The fact that this sort of syncopation is used so sparingly within this song makes this instance the more powerful. Indeed, there are two additional reasons for the powerful effect here yet again teaching us how "less is more":

1. the same syncopation is *not* repeated in the next phrase where (rote) symmetry would have argued for it; play it out in your head -- it's very reasonably symmetrical but overall, it vitiates the power of the first one.

2. the chord for our syncopation is G but the choice for the low note in the bass is B, putting the chord in it's first inversion which carries less weight than the root position. Again, play it out in your head -- the note G in the bass makes for a harder blow, but it's almost too hard and a little difficult to bounce off of; like stamping hard into mud.

- In the second half of the phrase which contains the syncopation we have the lead guitar fill in a space with an anticipation of the "yeah, yeah, yeah" motive of the refrain. It's always been there so you take it for granted but step back and think of the song as a whole; what a unifying impact the use of this motive has on it!

- Then of course there's that c-minor chord which begins the fourth phrase and seems to get people in quite a stir. It's actually not that far out a chord; none other than the iv chord borrowed from the parallel minor of G Major. Huh ?

Not to be confused with the concept of relative major/minor keys, parallel Major/minor (PMM) keys are simply the Major and minor modes of the same tonic root; e.g., G Major and g minor. PMM's posess a paradoxical quality -- they have different key signatures (and hence a slightly different set of chords) yet they don't really sound at all like remote keys from each other because of the common tonic (I). Going way back into the classical period, composers frequently have borrowed chords from the parallel minor when in a major key for effect. The particular favorites choices in this regard are the iv and vi which contain the flattened 6th degree of the scale; that flat 6th has a very strong melodic pull downward toward the 5th degree of the scale.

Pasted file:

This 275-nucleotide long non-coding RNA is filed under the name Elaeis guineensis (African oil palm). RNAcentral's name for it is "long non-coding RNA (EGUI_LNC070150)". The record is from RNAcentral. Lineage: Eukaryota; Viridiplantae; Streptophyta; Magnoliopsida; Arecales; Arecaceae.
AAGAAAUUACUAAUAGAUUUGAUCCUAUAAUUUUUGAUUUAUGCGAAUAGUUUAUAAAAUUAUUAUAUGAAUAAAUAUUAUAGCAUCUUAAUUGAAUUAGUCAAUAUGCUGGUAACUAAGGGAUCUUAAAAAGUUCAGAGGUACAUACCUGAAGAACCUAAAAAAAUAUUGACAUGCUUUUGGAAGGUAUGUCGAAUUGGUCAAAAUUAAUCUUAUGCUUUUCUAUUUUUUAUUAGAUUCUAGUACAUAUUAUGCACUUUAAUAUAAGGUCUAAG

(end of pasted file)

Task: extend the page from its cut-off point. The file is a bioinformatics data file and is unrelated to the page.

In spite of all of the scholarly verbiage used here, the minor iv chord is quite a garden variety effect. Think of the line in "Home on the Range" which goes "where seldom is heard a discouraging word"; a typical harmonization of this line puts the Major IV under the word "discouraging" and then changes it to a minor iv for the word "word." If you're in the key of G, you're moving in this example from C Major to c minor and you can hear that E slide down to E flat in the inner voice; you can even hear the E flat slide down to D in the next line of the song. This sort of barbershop harmony is quite sentimental in effect.

In SLY, the effect is more exotic than sentimental mainly because the iv chord is jumped into instead of being set up as it more usually is by the Major IV. But it's nothing to get hung about.

- Speaking of exotic inflections to the Major scale, don't overlook that wonderful guitar lick which introduces each verse like a fanfare. I believe that the lick contains at least F natural and A flat in it, neither of which belongs in G; very piquant.


- The verse ends on nice fat V chord which resolves "deceptively" to the vi which starts the refrain. This provides some relief from what otherwise (with the exception of the minor iv) is a very straight harmonic scheme.

- the minor iv makes a second appearance in the refrain. This one sounds even more exotic than the earlier one because of it's juxtaposition to the A7 (V-of-V) chord.

The Vocal Parts

- Have you ever noticed the peculiar property of the voices of John and Paul heard in close harmony ? Sometimes they sound like a third voice which resembles neither of their own, and sometimes they quite simply make vocal "sparks".

For some reason, the sparking variety seems to particularly show when they sing open fifths. It's a wonder that they ever stumbled onto this. Open fifths in most Western music sounds like an archaic allusion to Medieval times; thirds and sixths being the typical means of harmonization.

Nonetheless, they went out of their way to sing open fifths and though it's an incidental detail, it is also a tell tale signature of their early sound. In SLY, there's a sparkling open fifth on every occurrence of the word "bad" as in the phrase "and you know that can't be bad." There's not much more your learned astronomer can say about this one; the theoretician stands in awe of a natural phenomenon. "Sie denkt, ja, nur an dich, und du sollte zu ihr gehen."